Soul Journey: Traditional Nanyin Music Reimagined (Performance 2)VIEW EVENT DETAILS
NEW YORK, April 28, 2017 — Singapore’s Siong Leng Musical Association performs the North American premiere of Soul Journey: Traditional Nanyin Music Reimagined at Asia Society. The video features a post-performance Q&A with Rachel Cooper, the director of global performing arts and special cultural initiatives at Asia Society, and several members of the performance company. (1 hr., 41 min.)
This performance will also take place on Wednesday, April 26.
Download the program notes here
Singapore’s Siong Leng Musical Association was founded in 1941 to promote and preserve traditional Nanyin music and Liyuan Opera. Nanyin is a traditional musical performance genre of the Minnan people in southern Fujian Province along China’s southeastern coast. With slow, elegant melodies, nanyin is performed on a combination of distinctive instruments such as a bamboo flute (dongxiao) and crooked-neck lute (pipa) as well as more common wind, string and percussion instruments. The rich repertoire of songs and scores preserve ancient folk music and poems and has influenced opera, puppet theatre, and other performing art traditions.
Siong Leng Musical Association is committed to keeping the ancient art form of Nanyin music alive in today’s multicultural, technologically progressive Singapore. In this performance, traditional Nanyin is merged with its Zen influences and with other elements such as vocals, Indian tabla and keyboard instrumentation, Liyuan dance, and more, to bring new life to this ancient art form. The performers in this group are among the most renowned Nanyin performers in the world.
Nanyin is a style of Chinese classical music originating in the southern Chinese province of Fujian and is now popular in Taiwan, Hong Kong, Malaysia, the Philippines, and Singapore, as well as among overseas Chinese in Southeast Asia. Fujian is a mountainous coastal province of China. The city of Quanzhou, located in Fujian, was a major port in the 7th century CE, the period between the Sui and Tang eras. Situated along an important maritime trade route, it was a conduit for elements of distant cultures. The result was what is now known as Nanyin music.
Nanyin is typified by slow, gentle, delicate melodies which employ four basic scales and is performed on five instruments: pie (wood clapper), gibei (four-stringed lute or pipa), samhen (three-stringed lute or sanxian), xiao (vertical flute or dongxiao), and lihen (two-stringed fiddle or erxian). Each individual instrument has a fixed role within the instrumental grouping. The pie is usually performed by the vocalist and therefore not considered a main instrument, while the dinxiguan usually takes the central role. The gibei provides a simple but stable tempo and correct rhythm; the samhen lends a longer vibration of solid lower octave notes to the skeletal melody; and xiao, meanwhile, supplements the lutes by adding lightness and spirit.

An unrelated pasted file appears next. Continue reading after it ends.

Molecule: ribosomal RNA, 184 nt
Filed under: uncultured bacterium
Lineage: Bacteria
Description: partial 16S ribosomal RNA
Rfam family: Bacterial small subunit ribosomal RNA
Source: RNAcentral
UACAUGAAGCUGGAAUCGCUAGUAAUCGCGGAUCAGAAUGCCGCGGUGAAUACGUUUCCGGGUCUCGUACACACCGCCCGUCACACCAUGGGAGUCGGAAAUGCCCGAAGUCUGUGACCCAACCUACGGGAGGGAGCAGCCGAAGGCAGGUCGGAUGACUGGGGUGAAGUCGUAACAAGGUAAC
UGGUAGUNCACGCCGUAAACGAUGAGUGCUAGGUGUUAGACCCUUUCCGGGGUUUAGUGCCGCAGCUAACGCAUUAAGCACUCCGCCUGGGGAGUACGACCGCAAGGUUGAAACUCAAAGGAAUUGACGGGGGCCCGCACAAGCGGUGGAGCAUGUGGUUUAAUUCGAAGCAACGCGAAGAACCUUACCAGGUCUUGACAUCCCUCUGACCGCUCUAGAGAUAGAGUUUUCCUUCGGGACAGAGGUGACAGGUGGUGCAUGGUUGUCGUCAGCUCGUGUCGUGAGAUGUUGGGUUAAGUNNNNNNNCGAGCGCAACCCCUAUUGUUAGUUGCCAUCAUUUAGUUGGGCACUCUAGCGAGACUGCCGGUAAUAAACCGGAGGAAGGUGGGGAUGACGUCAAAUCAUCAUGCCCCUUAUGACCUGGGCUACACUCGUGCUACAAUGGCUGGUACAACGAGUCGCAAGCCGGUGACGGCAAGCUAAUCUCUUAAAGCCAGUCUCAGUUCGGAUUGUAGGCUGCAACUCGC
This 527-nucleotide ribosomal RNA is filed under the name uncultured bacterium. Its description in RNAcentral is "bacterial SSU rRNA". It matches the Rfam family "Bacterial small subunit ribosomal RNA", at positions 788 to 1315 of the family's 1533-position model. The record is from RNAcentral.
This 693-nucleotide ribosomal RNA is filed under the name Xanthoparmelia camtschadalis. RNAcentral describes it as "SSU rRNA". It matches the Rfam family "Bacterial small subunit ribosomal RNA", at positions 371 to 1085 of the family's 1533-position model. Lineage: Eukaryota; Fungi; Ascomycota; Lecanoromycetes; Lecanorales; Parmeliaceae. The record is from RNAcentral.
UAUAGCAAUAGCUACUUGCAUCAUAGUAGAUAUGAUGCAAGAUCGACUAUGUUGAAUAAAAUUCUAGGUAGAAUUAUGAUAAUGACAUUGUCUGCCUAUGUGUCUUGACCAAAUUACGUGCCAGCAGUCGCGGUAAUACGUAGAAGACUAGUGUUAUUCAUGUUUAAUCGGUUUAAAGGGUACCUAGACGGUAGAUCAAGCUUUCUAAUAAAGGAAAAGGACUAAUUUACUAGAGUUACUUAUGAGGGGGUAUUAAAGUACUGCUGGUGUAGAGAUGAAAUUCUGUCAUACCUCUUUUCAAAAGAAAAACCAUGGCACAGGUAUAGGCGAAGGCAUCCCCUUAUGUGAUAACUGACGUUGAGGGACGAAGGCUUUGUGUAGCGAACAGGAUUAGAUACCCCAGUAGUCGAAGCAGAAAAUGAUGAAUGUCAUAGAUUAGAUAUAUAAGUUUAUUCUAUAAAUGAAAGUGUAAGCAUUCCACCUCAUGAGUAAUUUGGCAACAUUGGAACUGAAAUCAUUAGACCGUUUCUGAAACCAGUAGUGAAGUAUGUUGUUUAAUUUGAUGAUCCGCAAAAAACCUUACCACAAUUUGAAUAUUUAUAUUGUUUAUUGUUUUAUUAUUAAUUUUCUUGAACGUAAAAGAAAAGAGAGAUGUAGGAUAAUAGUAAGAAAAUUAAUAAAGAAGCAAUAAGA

Nanyin repertory falls into three overlapping styles, called zhi, pu and qu. The zhi is considered the most "serious" repertoire: it is a purely instrumental suite normally more than 30 minutes in length. Each is associated with a lyric that alludes to a story but, although this may denote origins in song or opera, today zhi is an important and respected instrumental repertory. Pu literally means "notation," and these are pieces that have no associated texts. It is an instrumental style that uses a wider range than zhi, emphasizes technical display. Qu is a vocal repertory which is lighter and less conservative in repertory and performance than zhi.
Traditionally, performances were not simply entertainment, but also carried strong associations with various broader social practices, such as ritual ceremonies to the music god Minhu Longgun each spring and autumn, or as a part of funeral processions. The rich repertoire of songs and scores of Nanyin preserve ancient folk music and poems and has influenced opera, puppet theatre, and other performing art traditions. In 2009, Nanyin was included in the Representative List of the Intangible Cultural Heritage of Humanity by UNESCO.
This program is part of Asia Society's Citi Series on Arts and Culture. With major support from the National Arts Council (Singapore).
Major support for performances at the Asia Society is provided by the Doris Duke Charitable Foundation, Helen and Will Little, the Fan Fox and Leslie R. Samuels Foundation, Inc and the New York State Council on the Arts.